The specificity of AID-ZFP will be determined by examining the off-target rates. AID-ZFPK-ras will be tagged with HIS and be expressed in the 293-K-ras120-egfp cells. RFP+ cell will be isolated and cultured. AID-ZFPK-ras will be cross-linked with the DNA that it binds to and the DNA-protein complex will be pulled down by anti-His antibody. Deep sequencing will reveal the binding sites of AID-ZFPK-ras throughout the genome. As a positive control, ZFPK-ras will be processed in parallel with AID-ZFPK-ras
 Without intending to be bound by scientific theory, if AID-ZFPK-ras retains the DNA binding specificity of ZFPK-ras, the majority of bound DNAs should represent the ZFP target sites. Moreover, the off-target sites are likely to be the sites that share similar sequences with ZFPK-ras recognition sites. One caveat about this experiment is that it only measures the ZFPK-ras binding specificity not the deamination specificity of this whole construct. It is possible that AID deaminates random sites regardless whether it has strong binding affinity to those sites. For example, AID might interact with certain factors that recruit it to some positions in the genome while the interaction of AID-cofactor-DNA is not strong enough to be revealed by this ChiP-seq. In addition, since it only measures the binding specificity, the sequences that pulled down are not necessarily deaminated.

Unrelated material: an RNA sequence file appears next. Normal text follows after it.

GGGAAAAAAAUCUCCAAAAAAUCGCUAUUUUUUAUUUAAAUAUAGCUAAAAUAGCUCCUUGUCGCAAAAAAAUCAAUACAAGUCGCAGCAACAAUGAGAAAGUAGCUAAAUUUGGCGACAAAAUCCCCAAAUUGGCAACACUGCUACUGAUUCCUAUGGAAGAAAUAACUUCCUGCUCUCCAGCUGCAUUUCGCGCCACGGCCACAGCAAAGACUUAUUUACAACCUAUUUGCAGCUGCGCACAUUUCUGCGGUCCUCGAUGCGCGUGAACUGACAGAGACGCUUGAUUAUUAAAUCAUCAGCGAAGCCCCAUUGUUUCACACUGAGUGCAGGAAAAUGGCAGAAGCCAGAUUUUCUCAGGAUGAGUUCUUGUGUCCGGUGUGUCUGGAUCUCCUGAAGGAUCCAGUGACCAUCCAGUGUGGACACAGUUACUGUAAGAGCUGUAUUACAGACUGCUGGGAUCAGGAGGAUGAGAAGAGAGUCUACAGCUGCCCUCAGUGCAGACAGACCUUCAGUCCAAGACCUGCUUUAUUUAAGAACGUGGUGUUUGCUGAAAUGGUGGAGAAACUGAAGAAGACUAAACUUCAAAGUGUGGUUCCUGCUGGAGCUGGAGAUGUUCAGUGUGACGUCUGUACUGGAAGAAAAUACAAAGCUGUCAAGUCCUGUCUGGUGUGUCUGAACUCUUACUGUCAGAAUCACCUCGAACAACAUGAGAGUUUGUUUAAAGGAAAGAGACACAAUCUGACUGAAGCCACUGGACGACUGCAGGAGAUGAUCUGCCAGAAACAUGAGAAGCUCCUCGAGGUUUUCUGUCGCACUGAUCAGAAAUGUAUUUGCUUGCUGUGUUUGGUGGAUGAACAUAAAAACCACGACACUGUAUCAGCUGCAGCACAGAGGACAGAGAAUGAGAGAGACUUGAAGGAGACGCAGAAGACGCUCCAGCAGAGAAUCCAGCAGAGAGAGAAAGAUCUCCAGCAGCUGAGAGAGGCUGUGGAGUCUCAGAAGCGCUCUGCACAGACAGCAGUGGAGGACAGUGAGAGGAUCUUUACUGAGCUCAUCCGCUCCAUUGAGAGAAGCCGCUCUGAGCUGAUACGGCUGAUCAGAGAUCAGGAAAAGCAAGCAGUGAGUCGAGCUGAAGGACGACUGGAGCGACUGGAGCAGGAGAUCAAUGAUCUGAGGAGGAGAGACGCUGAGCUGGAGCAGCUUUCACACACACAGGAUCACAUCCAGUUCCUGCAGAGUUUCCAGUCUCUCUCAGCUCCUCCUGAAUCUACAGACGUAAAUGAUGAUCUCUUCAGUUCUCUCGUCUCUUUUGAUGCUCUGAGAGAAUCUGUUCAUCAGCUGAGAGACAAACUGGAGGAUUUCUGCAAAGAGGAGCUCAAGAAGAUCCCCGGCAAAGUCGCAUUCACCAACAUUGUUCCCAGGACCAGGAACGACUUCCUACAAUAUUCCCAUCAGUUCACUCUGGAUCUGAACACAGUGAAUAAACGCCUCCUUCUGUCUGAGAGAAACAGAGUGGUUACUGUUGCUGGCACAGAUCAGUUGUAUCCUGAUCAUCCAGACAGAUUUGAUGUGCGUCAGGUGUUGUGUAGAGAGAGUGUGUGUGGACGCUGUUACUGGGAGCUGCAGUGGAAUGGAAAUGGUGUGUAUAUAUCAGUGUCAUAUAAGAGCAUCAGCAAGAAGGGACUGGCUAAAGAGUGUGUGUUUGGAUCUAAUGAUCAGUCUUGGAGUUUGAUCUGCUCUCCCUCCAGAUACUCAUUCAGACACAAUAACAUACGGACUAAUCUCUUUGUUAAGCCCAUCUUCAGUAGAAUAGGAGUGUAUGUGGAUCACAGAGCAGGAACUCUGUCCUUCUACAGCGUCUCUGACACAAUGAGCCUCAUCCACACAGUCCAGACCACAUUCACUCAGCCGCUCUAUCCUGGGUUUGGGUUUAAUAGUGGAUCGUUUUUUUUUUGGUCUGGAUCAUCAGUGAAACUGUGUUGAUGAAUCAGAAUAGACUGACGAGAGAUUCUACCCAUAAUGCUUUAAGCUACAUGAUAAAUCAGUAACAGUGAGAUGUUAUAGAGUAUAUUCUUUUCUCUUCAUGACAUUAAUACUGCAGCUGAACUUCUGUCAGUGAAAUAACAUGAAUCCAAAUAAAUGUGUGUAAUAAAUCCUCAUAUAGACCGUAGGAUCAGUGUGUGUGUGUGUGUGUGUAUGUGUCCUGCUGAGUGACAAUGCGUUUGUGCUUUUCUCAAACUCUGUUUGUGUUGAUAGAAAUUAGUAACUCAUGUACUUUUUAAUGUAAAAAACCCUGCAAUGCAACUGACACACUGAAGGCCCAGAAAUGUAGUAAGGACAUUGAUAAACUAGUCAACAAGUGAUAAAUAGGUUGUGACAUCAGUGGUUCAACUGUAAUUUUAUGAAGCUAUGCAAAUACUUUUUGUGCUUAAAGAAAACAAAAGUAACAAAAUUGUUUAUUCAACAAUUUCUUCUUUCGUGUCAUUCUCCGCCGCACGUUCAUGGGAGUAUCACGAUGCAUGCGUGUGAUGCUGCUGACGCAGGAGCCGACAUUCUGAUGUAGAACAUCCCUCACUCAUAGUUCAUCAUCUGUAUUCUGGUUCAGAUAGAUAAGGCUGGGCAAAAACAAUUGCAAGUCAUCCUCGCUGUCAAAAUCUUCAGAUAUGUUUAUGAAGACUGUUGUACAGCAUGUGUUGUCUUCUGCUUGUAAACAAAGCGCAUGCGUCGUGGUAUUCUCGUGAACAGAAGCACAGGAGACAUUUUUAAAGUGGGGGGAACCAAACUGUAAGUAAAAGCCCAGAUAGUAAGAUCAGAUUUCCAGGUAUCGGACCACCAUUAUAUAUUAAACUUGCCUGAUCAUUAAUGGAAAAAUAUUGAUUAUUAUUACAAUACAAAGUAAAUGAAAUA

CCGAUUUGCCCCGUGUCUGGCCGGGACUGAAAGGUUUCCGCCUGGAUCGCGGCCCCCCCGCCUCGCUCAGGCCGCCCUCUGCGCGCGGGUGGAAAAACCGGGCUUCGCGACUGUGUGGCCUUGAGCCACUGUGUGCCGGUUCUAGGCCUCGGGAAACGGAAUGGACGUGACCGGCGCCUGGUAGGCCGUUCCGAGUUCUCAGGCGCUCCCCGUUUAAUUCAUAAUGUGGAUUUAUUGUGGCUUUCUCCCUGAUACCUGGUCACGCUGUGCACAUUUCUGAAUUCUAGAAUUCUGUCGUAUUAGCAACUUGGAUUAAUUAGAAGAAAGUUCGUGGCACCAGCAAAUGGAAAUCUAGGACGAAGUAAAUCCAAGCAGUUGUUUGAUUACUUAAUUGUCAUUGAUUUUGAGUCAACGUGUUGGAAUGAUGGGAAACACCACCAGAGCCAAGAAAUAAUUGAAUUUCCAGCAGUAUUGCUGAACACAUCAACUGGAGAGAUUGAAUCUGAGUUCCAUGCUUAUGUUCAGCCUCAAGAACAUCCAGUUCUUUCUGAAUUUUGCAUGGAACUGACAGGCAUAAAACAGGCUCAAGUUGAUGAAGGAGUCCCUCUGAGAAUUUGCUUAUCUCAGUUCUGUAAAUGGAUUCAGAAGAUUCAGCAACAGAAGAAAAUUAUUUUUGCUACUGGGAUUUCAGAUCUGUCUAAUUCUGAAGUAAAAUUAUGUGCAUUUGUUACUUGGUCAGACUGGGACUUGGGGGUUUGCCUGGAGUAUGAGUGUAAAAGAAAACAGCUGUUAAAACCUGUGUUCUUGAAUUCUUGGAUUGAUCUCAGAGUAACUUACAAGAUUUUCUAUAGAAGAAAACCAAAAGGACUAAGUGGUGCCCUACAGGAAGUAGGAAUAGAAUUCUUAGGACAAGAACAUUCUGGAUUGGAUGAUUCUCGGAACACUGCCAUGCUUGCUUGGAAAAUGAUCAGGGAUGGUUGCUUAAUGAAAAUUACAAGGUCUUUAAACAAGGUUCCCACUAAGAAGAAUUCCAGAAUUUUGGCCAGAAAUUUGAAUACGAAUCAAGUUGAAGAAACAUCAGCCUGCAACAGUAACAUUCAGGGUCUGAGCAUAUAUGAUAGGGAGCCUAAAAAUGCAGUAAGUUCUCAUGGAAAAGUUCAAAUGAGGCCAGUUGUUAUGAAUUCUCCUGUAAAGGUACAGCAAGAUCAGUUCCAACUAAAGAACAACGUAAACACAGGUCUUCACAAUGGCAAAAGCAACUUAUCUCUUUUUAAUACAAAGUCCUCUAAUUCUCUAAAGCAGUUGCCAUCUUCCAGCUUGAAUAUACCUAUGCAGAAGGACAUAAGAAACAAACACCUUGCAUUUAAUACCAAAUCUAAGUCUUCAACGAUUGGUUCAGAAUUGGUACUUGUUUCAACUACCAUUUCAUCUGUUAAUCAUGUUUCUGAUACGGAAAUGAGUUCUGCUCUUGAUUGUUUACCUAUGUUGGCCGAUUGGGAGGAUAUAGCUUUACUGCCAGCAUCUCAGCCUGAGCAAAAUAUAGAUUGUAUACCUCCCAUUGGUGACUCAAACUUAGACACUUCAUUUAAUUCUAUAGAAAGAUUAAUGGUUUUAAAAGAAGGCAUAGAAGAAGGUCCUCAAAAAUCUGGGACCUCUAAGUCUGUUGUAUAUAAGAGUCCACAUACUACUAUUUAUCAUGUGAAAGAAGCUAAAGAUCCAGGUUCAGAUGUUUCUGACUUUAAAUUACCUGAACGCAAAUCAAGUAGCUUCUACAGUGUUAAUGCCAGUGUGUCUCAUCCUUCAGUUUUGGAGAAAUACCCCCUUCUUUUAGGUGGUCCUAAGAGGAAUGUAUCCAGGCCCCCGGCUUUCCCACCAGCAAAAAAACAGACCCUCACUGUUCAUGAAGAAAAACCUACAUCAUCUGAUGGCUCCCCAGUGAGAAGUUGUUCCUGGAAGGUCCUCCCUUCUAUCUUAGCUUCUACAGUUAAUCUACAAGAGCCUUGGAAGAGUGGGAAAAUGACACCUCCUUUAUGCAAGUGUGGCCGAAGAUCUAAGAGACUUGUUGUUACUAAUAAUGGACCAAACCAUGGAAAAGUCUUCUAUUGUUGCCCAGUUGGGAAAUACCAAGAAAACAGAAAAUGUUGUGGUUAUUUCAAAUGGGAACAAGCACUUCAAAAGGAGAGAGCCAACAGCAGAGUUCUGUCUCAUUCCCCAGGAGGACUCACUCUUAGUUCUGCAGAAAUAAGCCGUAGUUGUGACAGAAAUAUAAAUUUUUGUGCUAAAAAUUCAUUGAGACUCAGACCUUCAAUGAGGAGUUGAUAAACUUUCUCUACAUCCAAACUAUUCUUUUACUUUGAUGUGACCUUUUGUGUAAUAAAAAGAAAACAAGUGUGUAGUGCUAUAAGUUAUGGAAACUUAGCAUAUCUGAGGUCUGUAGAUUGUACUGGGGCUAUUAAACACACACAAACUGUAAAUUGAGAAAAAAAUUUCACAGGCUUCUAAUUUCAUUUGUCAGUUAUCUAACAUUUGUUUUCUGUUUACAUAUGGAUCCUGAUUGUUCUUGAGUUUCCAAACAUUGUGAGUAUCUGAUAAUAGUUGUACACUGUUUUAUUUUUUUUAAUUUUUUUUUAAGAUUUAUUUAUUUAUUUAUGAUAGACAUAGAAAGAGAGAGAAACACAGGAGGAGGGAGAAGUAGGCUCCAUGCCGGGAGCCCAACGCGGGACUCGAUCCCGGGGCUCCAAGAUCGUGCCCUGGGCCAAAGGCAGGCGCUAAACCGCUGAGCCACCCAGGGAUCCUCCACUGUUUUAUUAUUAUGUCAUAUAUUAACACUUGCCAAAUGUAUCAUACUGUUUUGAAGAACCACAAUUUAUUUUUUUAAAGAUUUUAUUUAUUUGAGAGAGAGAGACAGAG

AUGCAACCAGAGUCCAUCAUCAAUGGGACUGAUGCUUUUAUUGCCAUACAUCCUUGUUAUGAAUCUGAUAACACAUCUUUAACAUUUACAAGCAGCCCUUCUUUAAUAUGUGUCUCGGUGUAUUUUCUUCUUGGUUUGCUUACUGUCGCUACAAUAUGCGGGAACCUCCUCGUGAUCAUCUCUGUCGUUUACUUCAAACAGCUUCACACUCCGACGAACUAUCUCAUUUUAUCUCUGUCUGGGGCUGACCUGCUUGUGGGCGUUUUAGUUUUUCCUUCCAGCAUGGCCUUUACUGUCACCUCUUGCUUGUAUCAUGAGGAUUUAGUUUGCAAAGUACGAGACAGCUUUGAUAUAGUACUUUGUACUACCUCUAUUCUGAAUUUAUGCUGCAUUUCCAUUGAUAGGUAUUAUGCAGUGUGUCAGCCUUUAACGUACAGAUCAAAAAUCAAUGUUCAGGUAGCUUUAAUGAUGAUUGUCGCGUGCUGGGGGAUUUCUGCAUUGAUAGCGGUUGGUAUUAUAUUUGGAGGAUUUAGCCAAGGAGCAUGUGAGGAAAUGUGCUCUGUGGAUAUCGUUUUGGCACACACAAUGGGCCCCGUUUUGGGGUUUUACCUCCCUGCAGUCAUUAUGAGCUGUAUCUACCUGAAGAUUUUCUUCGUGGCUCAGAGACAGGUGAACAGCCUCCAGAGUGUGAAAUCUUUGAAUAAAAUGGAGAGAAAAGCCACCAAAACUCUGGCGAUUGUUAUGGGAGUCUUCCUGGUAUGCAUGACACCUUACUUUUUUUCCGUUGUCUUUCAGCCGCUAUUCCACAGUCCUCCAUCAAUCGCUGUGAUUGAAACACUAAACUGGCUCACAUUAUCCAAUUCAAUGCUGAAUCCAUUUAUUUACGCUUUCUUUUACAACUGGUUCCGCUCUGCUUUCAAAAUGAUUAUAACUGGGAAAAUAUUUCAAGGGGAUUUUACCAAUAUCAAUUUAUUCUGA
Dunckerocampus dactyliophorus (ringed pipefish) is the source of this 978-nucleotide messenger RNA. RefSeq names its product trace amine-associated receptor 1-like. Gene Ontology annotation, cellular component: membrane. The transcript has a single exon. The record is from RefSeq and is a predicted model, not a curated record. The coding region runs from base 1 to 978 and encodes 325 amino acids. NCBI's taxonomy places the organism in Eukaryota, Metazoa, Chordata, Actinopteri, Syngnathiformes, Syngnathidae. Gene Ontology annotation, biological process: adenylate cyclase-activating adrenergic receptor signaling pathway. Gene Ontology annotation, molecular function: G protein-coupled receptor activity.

An alternative way to analyze the specificity of AID-ZFP is genome-wide Chip-seq using a version of epitope-labeled uracil-DNA glycosylases (UNG) that lacks activity. This UNG would bind to uracils and pull down AID modified fragments of the DNA that could then be sequenced and located. This ChiP-seq will reveal the deamination specificity of AID-ZFPK-ras.